Commodity trading firms in the European Union must wait longer to see if they will be exempt from tougher rules after regulators and EU officials clashed over details of the so-called MiFID II reform.
It is the latest setback for the EU’s securities market reform, whose start date is already being pushed back a year to January 2018. Further disagreements over final details could make it harder for companies to get ready in time.
MiFID II includes rules for “ancillary services”, or exemptions for companies who don’t trade commodity derivatives as the main part of their business.
The bloc’s executive European Commission called in March for a more accommodative approach from regulators when deciding if an exemption from heavier capital requirements can be granted to a firm trading commodity derivatives.
A “business activity” test should be replaced with criteria looking at how much capital a company has invested in infrastructure, production or transportation operations for commodities, it said.
The EU’s markets watchdog ESMA has responded by saying the business-activity test was still valid.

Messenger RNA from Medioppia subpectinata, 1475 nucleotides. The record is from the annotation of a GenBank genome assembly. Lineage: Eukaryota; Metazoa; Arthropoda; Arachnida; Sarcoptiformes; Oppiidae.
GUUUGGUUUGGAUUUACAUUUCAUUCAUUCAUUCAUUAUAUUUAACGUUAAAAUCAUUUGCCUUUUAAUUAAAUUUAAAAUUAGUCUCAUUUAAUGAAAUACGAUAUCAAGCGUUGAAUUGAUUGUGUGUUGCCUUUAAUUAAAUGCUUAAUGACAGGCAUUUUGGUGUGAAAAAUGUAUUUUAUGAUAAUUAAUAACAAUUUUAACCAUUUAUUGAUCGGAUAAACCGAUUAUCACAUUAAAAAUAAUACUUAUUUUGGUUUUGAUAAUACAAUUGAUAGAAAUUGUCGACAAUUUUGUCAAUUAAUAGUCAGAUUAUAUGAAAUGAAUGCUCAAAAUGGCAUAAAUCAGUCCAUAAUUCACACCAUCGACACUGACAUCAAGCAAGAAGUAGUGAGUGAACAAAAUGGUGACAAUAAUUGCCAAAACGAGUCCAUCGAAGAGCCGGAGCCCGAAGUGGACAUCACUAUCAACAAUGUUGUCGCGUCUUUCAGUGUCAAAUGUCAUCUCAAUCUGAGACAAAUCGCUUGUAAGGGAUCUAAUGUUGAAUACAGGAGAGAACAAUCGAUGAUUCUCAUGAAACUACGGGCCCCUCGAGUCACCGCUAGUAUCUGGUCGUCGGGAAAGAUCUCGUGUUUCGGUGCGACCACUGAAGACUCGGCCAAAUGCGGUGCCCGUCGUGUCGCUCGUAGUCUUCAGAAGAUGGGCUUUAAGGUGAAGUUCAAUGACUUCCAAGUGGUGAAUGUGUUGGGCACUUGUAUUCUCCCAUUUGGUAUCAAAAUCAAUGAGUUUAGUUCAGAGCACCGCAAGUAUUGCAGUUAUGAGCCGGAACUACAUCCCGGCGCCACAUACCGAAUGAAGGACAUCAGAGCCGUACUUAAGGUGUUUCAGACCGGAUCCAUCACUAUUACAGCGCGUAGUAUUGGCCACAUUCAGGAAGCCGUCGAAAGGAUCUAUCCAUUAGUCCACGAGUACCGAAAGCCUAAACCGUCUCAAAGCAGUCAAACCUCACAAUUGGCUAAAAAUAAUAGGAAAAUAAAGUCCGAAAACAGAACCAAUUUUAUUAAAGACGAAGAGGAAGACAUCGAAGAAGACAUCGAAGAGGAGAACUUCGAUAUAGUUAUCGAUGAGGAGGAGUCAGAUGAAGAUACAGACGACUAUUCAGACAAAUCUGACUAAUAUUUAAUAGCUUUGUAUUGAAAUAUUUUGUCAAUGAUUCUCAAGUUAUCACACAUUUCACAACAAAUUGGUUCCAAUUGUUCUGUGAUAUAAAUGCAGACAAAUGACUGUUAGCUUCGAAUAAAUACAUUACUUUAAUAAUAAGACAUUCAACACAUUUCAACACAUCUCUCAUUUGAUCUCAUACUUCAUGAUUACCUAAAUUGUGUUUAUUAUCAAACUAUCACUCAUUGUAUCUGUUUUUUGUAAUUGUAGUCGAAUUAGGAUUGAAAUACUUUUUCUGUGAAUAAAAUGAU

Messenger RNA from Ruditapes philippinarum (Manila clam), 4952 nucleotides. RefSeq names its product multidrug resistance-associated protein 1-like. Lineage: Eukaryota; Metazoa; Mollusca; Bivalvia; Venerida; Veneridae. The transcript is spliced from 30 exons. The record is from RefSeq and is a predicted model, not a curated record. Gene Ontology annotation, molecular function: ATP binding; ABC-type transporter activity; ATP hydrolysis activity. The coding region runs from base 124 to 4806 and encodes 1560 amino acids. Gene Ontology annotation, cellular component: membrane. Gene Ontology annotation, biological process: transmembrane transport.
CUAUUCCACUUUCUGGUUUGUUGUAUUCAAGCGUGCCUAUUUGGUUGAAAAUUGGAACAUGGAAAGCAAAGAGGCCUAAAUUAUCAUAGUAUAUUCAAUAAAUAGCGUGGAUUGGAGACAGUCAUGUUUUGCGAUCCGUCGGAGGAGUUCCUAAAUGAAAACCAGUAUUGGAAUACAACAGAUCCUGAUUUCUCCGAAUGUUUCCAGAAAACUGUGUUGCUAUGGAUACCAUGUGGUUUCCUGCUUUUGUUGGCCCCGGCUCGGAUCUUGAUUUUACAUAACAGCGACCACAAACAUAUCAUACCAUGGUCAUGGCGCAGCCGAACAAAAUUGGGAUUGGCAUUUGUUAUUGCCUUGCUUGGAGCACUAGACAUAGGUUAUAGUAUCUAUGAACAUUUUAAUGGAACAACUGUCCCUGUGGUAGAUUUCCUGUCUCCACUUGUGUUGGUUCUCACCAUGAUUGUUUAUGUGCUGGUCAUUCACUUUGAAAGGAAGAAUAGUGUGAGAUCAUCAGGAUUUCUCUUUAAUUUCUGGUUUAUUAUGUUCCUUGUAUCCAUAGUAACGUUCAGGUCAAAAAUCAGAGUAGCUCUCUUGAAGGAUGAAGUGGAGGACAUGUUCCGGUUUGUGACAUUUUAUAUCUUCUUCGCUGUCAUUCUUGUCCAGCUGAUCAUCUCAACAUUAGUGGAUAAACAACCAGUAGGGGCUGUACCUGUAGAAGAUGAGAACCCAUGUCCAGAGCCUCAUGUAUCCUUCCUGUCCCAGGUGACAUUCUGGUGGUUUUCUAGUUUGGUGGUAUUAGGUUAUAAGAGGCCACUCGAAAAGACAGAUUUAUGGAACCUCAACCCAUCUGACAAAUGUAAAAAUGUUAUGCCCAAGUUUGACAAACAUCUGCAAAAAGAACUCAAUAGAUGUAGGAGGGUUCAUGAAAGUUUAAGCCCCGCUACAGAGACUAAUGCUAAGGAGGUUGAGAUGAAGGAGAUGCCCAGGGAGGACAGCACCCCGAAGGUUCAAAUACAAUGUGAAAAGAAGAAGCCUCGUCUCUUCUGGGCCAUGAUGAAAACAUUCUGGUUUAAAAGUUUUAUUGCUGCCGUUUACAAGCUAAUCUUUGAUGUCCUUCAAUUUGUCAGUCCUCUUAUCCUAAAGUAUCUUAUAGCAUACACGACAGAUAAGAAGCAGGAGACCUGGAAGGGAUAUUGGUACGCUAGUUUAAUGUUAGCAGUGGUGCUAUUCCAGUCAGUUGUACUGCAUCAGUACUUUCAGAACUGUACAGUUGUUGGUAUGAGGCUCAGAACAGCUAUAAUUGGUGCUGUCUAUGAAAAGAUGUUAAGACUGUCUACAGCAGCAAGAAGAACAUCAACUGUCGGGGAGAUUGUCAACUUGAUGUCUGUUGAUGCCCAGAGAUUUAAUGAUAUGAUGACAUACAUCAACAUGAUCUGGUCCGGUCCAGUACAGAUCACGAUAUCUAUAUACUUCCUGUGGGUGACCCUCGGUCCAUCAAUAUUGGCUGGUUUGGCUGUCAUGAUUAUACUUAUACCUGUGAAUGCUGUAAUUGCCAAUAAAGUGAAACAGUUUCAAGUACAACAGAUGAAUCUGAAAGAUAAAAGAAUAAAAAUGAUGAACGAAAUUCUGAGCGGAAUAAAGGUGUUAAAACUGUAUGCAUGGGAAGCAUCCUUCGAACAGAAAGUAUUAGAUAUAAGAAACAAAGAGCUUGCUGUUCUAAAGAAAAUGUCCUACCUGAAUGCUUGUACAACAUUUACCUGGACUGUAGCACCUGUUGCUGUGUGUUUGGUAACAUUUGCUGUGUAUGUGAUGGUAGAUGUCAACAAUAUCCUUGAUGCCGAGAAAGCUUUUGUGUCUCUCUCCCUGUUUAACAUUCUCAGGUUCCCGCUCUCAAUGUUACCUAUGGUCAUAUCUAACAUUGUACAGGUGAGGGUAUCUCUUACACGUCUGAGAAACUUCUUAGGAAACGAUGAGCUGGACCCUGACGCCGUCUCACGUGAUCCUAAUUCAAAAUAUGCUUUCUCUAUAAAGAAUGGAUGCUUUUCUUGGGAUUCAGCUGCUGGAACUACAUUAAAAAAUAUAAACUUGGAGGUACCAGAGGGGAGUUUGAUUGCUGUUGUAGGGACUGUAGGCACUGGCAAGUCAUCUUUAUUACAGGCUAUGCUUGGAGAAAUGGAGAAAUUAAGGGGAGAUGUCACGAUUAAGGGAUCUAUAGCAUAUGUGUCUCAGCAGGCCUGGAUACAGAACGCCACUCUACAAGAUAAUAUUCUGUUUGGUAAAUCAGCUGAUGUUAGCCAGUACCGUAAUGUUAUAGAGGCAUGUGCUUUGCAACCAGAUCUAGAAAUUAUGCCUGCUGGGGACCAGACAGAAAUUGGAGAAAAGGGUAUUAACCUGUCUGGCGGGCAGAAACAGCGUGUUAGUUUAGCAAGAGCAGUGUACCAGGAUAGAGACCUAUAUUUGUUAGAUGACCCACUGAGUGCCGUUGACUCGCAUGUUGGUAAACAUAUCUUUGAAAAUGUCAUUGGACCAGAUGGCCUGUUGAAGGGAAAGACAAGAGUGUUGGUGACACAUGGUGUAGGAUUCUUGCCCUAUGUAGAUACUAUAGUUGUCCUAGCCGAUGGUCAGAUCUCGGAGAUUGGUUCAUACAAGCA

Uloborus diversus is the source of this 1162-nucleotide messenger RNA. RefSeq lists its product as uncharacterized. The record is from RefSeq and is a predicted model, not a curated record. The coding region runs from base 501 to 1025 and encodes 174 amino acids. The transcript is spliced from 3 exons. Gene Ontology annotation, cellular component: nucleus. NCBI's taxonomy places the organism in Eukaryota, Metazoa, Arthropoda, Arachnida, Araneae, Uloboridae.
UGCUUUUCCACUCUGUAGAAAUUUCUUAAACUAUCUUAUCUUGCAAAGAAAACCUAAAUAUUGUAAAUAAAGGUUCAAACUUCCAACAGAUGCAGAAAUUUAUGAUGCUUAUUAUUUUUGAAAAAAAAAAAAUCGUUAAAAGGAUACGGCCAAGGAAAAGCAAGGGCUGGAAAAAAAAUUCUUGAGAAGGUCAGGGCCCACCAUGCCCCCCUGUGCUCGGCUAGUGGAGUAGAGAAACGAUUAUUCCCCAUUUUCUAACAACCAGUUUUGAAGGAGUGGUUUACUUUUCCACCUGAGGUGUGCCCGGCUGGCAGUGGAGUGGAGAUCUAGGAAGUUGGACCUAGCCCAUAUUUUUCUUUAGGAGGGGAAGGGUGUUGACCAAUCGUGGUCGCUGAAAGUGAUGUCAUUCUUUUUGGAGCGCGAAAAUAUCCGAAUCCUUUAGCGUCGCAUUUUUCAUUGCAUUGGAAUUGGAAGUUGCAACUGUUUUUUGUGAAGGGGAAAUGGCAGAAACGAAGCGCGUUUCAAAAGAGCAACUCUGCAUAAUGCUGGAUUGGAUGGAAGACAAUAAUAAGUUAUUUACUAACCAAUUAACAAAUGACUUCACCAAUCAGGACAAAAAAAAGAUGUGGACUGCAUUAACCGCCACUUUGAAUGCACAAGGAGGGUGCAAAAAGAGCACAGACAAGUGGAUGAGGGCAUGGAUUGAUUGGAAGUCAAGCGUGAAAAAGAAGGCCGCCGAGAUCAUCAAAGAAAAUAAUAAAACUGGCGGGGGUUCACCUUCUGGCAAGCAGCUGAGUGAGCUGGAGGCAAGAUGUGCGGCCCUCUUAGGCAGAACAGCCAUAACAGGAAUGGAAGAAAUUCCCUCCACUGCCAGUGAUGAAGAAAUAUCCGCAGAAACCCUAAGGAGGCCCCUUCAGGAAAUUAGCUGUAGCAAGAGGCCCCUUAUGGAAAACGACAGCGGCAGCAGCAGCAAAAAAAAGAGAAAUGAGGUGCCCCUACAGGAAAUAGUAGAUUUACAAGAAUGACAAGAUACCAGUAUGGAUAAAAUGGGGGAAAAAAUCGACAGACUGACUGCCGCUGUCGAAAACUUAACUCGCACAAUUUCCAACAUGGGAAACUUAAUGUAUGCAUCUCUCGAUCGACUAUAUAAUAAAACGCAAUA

A capital test was unlikely to ensure a level playing field for all market participants across different sectors, ESMA added in a statement. “A capital based test has significant drawbacks,” it said.
Nevertheless, the watchdog proposed metrics for a possible capital test as an alternative to the main business test, and left it to the European Commission to write a fully fledged capital test if it chose to do so.
“In the case where a capital test is introduced, ESMA proposes to allow entities choose between performing the original main business test based on trading activity or a capital test to avoid putting small and medium-sized entities at a disadvantage,” ESMA added.
With no revised rule to rubber stamp, the European Commission will likely meet the European Parliament and EU states to discuss the matter, which could take weeks to settle.
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